Museum Textile Services celebrated our 11th anniversary in our fabulous new studio. Located just across the hall from our previous work space, the expanded studio will allow us to work more efficiently and comfortably with large projects and an ever-expanding client list.
The new studio has a much larger treatment area as well as a separate room for artifact and supply storage. Our wetcleaning area features a new base for our wash tank with carbon-filtered and deionized water. Client consultations now take place in a large intake area adjacent to our library.
For the first time ever, all of our books, journals and digital resources have been brought together in one comfortable research area. We welcome two new Knowledge Management interns this fall, Courtney Jason and Rochelle Brunet, who will continue our database project and reorganize our every-expanding study collection.
We look forward to exciting ventures in our new home with our growing family.
As I write this fall news column, I am enjoying a rare moment of quiet in the studio. The air conditioner is off, Cara is back at Harvard for her Wednesday class, and the phone is silent. It reminds me of what being self-employed used to feel like in 1999, when Museum Textile Services took up a small room in my house, I could work in my pajamas, and I had only cats for company.
Since January I’ve wondered whether this, our tenth anniversary year, would bring continued growth even in light of the slow economy. Luckily, we are as busy as ever with current projects and future plans. My business advisor, Ruth Sheets, will tell me that luck has nothing to do with it and that we owe our success to hard work and a reputation earned from years of successful conservation treatments and collaborations. Either way I am grateful for the scope and quantity of textile projects and the wonderful team with whom I get to work.
Cara Jordan has now been the Conservation Assistant for two years while also working toward her master's degree in Museum Studies at the Harvard Extension School. Cara is the glue that holds us all together on most days. She helps supervise interns, provides feedback, and still maintains the most billable hours. Cara loves innovation and will research any idea, article, or material. She also makes us laugh even when we’re the butt of the joke. I can’t imagine having made it this far with this much fun without Cara.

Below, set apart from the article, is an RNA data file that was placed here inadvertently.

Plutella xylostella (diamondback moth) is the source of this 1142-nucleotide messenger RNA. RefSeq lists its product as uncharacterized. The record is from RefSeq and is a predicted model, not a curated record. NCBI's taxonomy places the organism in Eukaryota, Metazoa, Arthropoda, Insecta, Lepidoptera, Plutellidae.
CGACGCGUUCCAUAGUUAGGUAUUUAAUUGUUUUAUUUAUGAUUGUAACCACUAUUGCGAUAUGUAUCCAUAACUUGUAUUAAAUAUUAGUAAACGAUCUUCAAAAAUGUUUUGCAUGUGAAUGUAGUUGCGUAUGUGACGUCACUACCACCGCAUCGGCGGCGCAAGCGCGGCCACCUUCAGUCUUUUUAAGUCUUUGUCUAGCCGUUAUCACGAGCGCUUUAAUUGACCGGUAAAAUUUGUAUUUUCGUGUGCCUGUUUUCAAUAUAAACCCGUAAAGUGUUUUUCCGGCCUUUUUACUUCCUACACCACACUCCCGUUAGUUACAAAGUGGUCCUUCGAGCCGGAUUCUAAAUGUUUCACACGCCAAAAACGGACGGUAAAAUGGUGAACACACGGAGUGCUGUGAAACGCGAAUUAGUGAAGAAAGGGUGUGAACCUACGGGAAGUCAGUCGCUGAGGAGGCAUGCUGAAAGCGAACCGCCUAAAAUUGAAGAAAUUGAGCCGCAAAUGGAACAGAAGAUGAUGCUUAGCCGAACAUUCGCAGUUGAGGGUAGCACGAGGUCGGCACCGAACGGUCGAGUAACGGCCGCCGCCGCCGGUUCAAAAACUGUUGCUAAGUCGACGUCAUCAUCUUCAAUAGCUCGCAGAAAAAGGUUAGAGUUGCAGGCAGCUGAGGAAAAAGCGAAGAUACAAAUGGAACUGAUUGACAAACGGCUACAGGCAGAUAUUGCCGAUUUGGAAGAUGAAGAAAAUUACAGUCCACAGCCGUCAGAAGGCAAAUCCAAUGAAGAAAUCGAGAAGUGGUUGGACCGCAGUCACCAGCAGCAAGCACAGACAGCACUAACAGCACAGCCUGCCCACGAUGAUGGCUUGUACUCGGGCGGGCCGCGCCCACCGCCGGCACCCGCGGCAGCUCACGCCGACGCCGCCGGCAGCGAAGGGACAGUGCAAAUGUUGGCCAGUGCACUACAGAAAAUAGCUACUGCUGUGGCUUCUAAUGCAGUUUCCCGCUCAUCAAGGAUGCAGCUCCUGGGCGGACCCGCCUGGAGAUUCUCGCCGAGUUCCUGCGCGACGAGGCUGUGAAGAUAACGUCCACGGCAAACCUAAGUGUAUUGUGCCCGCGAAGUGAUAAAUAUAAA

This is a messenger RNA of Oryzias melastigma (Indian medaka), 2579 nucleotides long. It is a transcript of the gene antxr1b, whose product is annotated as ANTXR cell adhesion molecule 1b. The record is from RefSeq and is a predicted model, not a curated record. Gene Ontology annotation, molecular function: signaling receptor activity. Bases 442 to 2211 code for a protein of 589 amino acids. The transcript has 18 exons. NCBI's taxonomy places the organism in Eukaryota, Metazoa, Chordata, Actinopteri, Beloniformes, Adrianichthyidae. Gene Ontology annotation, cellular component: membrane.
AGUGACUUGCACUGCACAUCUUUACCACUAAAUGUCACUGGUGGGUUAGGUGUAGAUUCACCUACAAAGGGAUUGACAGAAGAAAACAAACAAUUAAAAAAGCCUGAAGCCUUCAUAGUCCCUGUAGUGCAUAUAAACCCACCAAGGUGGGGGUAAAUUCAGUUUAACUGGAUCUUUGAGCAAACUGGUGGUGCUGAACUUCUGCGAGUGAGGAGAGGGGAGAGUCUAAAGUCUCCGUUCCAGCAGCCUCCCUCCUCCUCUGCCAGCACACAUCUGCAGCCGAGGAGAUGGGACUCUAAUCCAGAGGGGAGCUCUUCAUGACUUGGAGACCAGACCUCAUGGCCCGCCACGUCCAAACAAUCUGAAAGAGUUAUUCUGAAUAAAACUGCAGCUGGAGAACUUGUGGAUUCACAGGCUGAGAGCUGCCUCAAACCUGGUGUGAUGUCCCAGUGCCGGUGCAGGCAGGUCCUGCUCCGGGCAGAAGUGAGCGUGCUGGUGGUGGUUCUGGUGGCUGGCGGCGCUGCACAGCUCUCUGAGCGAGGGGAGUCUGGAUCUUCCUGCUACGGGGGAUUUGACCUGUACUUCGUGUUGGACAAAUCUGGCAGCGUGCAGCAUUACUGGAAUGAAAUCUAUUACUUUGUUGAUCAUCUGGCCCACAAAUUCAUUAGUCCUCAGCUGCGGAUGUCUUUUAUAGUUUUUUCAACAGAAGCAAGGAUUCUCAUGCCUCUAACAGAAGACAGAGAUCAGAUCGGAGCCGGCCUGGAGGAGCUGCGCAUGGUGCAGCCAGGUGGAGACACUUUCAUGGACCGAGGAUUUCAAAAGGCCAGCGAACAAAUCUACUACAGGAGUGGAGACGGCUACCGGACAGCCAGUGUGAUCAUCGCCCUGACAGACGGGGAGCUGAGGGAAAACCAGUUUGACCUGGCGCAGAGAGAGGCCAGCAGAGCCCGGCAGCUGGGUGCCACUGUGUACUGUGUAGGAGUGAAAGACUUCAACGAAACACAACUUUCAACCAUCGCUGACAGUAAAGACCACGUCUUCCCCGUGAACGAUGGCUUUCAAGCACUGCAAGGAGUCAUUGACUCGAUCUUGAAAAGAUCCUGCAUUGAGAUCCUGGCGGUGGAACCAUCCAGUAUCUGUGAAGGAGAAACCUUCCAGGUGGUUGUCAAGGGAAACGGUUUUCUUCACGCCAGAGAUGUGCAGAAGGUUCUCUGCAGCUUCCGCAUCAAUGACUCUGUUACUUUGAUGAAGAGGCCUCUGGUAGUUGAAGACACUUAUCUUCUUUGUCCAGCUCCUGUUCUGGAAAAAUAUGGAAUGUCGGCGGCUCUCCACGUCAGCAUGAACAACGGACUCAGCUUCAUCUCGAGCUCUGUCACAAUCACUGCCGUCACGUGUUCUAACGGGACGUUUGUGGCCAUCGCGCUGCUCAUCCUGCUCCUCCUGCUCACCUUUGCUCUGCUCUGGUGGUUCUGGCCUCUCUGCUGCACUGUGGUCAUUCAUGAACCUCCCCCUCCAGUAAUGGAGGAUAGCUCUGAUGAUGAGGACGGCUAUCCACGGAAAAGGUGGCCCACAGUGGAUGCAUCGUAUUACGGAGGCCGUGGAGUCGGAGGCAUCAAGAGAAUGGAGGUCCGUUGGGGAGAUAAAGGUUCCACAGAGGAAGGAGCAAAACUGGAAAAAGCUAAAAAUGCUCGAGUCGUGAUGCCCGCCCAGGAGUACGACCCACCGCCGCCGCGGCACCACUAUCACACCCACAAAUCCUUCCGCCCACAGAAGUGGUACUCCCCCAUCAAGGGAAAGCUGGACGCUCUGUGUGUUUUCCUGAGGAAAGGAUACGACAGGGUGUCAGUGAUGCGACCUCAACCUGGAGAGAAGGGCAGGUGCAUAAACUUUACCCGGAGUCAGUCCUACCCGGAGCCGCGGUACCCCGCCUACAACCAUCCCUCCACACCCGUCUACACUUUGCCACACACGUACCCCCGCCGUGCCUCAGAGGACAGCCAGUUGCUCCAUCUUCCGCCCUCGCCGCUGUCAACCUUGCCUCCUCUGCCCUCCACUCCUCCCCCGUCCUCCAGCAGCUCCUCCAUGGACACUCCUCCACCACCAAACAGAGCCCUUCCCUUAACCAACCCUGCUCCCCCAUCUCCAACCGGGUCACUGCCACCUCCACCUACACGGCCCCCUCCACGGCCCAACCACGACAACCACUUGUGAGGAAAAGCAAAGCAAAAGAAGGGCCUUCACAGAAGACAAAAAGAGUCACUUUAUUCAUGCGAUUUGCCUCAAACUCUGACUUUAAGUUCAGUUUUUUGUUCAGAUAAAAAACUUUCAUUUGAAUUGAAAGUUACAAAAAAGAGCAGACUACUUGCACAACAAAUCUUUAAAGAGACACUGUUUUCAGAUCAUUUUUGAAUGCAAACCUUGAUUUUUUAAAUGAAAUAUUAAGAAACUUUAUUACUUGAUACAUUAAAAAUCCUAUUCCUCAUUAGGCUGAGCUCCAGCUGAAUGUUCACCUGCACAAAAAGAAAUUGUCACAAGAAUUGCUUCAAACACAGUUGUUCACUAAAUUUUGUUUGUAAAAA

Our volunteer interns bring with them an array of knowledge on all aspects of textiles and a willingness to work hard while acquiring additional skills. Alice, Ella, and Jessie share a love of museum objects as well as excellent hand skills. Halaina is turning ten years of project records into a searchable database with her amazing patience and sense of organization. Kara and Colleen have moved on to full-time jobs at the University of Massachusetts-Dartmouth and Brandeis University, respectively, and Kaleigh is now a senior at Bates College writing a thesis on Native American dolls. Many thanks and good luck to you all.
Friend and colleague Andrew Grilz came on board this spring to help with a grant-funded collections-management project at a local historical society. Andy had been laid off from his previous job due to budget cuts, a story we hear over and over from our museum friends, so we were glad to be able to work together. Many thanks are also due to our new bookkeeper, Jodi Oberto, to our long-time web designer, Amy Malkoff, to Brent Arsenault for the new splash page for the website, and to the previously mentioned business guru Ruth Sheets of Ducks in a Row Consulting.
Already in 2009 we have worked on samplers, embroideries, beaded textiles, quilts, coverlets, tapestries, upholstery, pillows, fans, wall hangings, rugs, a painted banner, a hammock, a chuppah, nineteenth- and twentieth-century women’s dresses and blouses, a christening gown, wedding dresses, a fur coat, kimonos, military uniforms, top hats and a bonnet, flags, a parchment scroll, a Panamanian mola, a Native American shield cover, a pre-Columbian textile, bark cloths, and other ethnographic textiles from Peru, Indonesia, and New Guinea. What a privilege it is to play a role in the preservation of such diverse works of art! This is the fuel that keeps us going, feeds our curiosity, and makes conservation such a rewarding career.
Here’s to many more years to come!